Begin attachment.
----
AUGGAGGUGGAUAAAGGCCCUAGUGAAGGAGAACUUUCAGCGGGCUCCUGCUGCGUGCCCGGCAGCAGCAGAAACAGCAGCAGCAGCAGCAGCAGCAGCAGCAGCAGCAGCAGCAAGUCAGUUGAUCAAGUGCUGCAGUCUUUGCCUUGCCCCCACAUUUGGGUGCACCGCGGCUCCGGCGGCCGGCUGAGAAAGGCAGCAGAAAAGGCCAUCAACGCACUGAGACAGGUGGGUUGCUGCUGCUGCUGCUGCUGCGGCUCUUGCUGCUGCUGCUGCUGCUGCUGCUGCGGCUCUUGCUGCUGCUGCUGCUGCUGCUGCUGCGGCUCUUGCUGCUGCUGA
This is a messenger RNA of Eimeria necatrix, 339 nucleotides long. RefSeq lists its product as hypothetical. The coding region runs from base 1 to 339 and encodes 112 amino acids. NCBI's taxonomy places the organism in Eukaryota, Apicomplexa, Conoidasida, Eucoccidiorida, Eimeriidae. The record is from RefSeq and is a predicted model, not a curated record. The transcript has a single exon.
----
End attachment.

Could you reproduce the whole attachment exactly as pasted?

AUGGAGGUGGAUAAAGGCCCUAGUGAAGGAGAACUUUCAGCGGGCUCCUGCUGCGUGCCCGGCAGCAGCAGAAACAGCAGCAGCAGCAGCAGCAGCAGCAGCAGCAGCAGCAGCAAGUCAGUUGAUCAAGUGCUGCAGUCUUUGCCUUGCCCCCACAUUUGGGUGCACCGCGGCUCCGGCGGCCGGCUGAGAAAGGCAGCAGAAAAGGCCAUCAACGCACUGAGACAGGUGGGUUGCUGCUGCUGCUGCUGCUGCGGCUCUUGCUGCUGCUGCUGCUGCUGCUGCUGCGGCUCUUGCUGCUGCUGCUGCUGCUGCUGCUGCGGCUCUUGCUGCUGCUGA
This is a messenger RNA of Eimeria necatrix, 339 nucleotides long. RefSeq lists its product as hypothetical. The coding region runs from base 1 to 339 and encodes 112 amino acids. NCBI's taxonomy places the organism in Eukaryota, Apicomplexa, Conoidasida, Eucoccidiorida, Eimeriidae. The record is from RefSeq and is a predicted model, not a curated record. The transcript has a single exon.